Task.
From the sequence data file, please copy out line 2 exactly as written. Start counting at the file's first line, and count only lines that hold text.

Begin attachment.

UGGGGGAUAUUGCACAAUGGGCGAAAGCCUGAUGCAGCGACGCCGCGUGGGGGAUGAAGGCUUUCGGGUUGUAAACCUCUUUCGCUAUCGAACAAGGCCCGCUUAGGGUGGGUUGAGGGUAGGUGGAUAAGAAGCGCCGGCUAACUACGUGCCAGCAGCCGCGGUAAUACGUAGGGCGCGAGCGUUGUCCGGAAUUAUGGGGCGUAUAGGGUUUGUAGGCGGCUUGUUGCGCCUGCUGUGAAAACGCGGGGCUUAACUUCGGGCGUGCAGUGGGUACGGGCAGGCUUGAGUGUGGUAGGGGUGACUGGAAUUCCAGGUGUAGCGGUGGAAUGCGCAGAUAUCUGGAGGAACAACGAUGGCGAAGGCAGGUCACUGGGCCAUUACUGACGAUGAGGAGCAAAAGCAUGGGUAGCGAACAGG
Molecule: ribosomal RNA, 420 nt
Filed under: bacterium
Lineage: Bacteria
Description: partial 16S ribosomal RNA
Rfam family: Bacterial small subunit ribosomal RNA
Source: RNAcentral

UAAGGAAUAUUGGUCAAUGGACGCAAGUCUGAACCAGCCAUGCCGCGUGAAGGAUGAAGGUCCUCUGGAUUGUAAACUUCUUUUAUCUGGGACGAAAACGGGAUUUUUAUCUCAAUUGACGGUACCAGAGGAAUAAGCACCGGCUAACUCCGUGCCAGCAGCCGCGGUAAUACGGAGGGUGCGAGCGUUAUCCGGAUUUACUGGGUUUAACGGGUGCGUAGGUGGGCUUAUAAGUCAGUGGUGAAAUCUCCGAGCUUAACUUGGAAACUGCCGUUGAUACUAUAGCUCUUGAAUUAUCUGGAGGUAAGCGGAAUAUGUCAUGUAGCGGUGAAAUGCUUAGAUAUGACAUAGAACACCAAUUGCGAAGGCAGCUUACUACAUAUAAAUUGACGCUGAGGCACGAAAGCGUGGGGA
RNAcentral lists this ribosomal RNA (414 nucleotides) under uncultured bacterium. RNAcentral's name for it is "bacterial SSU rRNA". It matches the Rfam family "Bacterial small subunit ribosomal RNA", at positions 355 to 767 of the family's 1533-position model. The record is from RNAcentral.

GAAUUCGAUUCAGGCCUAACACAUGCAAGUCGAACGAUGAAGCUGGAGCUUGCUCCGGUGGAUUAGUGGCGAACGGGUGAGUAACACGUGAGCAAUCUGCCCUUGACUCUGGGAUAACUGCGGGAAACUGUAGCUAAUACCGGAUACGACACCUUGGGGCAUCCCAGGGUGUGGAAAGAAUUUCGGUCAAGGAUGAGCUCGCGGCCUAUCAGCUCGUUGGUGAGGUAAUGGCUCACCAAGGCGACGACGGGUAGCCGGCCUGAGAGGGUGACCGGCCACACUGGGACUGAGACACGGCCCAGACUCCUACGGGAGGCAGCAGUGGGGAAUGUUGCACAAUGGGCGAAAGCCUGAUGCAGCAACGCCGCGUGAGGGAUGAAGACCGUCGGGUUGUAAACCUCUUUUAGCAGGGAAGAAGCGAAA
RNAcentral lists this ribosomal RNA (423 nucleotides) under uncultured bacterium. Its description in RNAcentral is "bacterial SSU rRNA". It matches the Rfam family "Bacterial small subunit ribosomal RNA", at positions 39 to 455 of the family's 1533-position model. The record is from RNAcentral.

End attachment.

Molecule: ribosomal RNA, 420 nt